As always, we encourage you to play around with the proportions to create a tooth powder that is perfect for you.

Have you ever tried a tooth powder recipe for brushing your teeth?


About Betsy Jabs

Betsy holds a bachelor's degree in Psychology and a Master's degree in Counseling, and for nearly a decade worked as an elementary counselor. In 2011 she left her counseling career to pursue healthy living. She loves using DIY Natural as a way to educate people to depend on themselves to nourish their bodies and live happier healthier lives. Connect with Betsy on Facebookand Twitter.

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DISCLAIMER: Information on DIY Natural™ is not reviewed or endorsed by the FDA and is NOT intended to be substituted for the advice of your health care professional. If you rely solely upon this advice you do so at your own risk. Read full Disclaimer & Disclosure statements here.


  1. GillyAnne says

    I always use a sensitive toothpaste, would this powder help with this issue? Thanks. Love all your recipes!

  2. Lynne says

    I went to my local health food store yesterday to purchase everything on the ingredient list – it was getting a little expensive – i decided not to purchase the xylitol. they also did not carry the clay – only in a liquid form – and suggested that i could easily use white clay (by a. vogel) as it would be the same. I did buy the white clay and just wanted to ask if this would have the same benefits as the bentonite clay. Its unfortunate that my local health food store does not sell bulk product so you could just purchase the quantity that you needed. thanks for all your great information posts – love your site and facebook page 🙂

    • Betsy Jabs says

      White cosmetic clay has natural absorbency properties as well, but is used mostly in cosmetic applications. The research I have read about clay pulling toxins from the body have specifically named bentonite clay. However, I would recommend doing a little digging around on the Internet to learn more. Thanks for reading – glad you’re enjoying our posts!

  3. Manda says

    I’m trying to get my husband to be open to the natural do-it-yourself ideas I get from your website, one way I convince him is by showing him how we could save money with the do-it-yourself projects. So my question is, in the long run, would this method of making your own toothpaste be a moneysaver? Thanks!

    • Betsy Jabs says

      That’s a hard question to answer, because it all depends on prices you’re able to find on ingredients, and how quickly you use this up vs. store-bought toothpaste. This small 1/2 cup batch lasts me a few months, and I already buy most of these ingredients in large quantities (especially the baking soda, xylitol, sea salt, essential oil), so it’s definitely more cost effective than buying a $5 tube of natural toothpaste that is gone in a few weeks. If you want a way to REALLY convince him easily, make our ultra-simple DIY toothpaste recipe you can find here: https://www.diynatural.com/homemade-toothpaste-recipe-easy-and-frugal/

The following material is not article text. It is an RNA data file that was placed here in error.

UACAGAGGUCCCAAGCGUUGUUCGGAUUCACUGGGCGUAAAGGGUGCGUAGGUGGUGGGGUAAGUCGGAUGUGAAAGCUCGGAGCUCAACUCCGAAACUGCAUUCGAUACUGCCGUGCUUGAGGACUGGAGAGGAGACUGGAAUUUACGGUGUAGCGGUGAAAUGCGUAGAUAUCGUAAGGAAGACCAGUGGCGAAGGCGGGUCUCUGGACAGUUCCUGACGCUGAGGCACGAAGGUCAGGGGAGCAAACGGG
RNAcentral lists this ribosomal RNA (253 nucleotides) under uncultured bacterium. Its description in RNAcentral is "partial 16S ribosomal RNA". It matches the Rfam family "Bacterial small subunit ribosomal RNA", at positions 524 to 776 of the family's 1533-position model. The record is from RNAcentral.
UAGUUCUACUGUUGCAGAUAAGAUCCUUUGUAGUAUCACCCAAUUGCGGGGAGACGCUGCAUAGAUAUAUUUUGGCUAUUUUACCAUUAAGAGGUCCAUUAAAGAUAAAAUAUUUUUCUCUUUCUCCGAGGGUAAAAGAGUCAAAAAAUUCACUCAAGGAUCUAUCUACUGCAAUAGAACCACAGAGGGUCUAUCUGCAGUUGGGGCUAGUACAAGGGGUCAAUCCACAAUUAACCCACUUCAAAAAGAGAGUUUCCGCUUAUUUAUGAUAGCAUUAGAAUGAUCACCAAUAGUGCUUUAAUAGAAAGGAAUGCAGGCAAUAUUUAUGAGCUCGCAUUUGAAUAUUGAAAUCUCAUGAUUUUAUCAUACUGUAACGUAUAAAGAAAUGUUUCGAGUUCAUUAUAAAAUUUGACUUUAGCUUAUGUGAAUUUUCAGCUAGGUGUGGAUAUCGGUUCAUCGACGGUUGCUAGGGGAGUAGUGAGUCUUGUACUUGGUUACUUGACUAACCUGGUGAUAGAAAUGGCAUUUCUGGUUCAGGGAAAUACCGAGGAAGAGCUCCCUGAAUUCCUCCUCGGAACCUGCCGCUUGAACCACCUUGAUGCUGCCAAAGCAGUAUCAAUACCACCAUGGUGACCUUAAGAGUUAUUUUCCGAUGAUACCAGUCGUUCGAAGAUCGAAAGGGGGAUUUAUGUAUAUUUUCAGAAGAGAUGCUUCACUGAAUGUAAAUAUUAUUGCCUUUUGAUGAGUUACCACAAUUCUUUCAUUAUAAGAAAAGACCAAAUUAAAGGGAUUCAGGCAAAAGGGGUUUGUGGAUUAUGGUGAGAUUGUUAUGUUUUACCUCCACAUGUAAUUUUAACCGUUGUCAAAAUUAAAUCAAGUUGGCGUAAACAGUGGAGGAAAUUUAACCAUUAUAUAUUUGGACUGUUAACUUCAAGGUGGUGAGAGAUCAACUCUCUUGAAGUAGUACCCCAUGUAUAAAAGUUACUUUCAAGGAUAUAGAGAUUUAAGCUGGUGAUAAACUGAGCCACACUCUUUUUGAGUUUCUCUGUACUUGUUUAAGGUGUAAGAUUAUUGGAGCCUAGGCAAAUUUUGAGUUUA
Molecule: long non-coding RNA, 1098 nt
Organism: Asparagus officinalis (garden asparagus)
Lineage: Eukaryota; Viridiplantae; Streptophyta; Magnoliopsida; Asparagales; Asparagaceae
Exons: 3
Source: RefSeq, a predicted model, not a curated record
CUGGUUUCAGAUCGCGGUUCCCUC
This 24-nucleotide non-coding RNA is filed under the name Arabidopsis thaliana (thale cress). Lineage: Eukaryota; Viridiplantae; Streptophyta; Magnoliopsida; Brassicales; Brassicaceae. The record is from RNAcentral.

• Manda says

        great, thank you! I’m excited to try this, my goal has been to do one do-it-yourself project about once every week or so. Last week, I made the do-it-yourself dryer balls, and they turned out beautiful, this week . . . toothpaste : )

  4. cindy says

    Wow, lots of good comments on this! And I’m excited to start making my own toothpaste, adding it to my DIY personal care recipes. I didn’t note anyone mentioning where to get the plastic squirt bottles…. I was at Hobby Lobby yesterday and saw some in the cake decorating aisle that would probably be perfect. They’re smaller than condiment bottles, and if they have lids (don’t recall but I’m sure some do), they’d make good travel bottles for this and other personal care items.

  5. Thomas says

    Well, I made it and it is now one of my favorites. I had to use a mortar to grind the sage though as I order my herbs by the pound and it was not the powdered type.

    Nicolew…virgin coconut oil blends fine with the clay. I do this with two of my other toothpaste mixes.

    Thank you Betsy and Mat for this blend. I ordered you book also but I’m not sure if it’s just household cleaners and not any of your other great mixes.

    • Betsy Jabs says

      Great, we’re glad you like this mixture! The only book we currently have out is just household cleaners, but our book about personal care products is in the works! 🙂

  6. jen says

    hi there, i was wondering how you get the herbs to become fine powder. is there a special tool you use? bcause if not too fine a powder they stick to the teeth and in between causing problems…

      • jen says

        thanks for the reply! can you do cinnamon sticks too? and sage leaves with the same grinder? cinnamon seems too barky and sage has too much fluff… could this grinder handle both…? sorry to be asking so many questions but i want to be sure i get a machine that gets the job done… 🙂

        • Betsy Jabs says

          Haven’t tried cinnamon sticks, but sage is definitely doable in this grinder. With the cinnamon sticks you may just want to break it into more manageable chunks before adding to the grinder.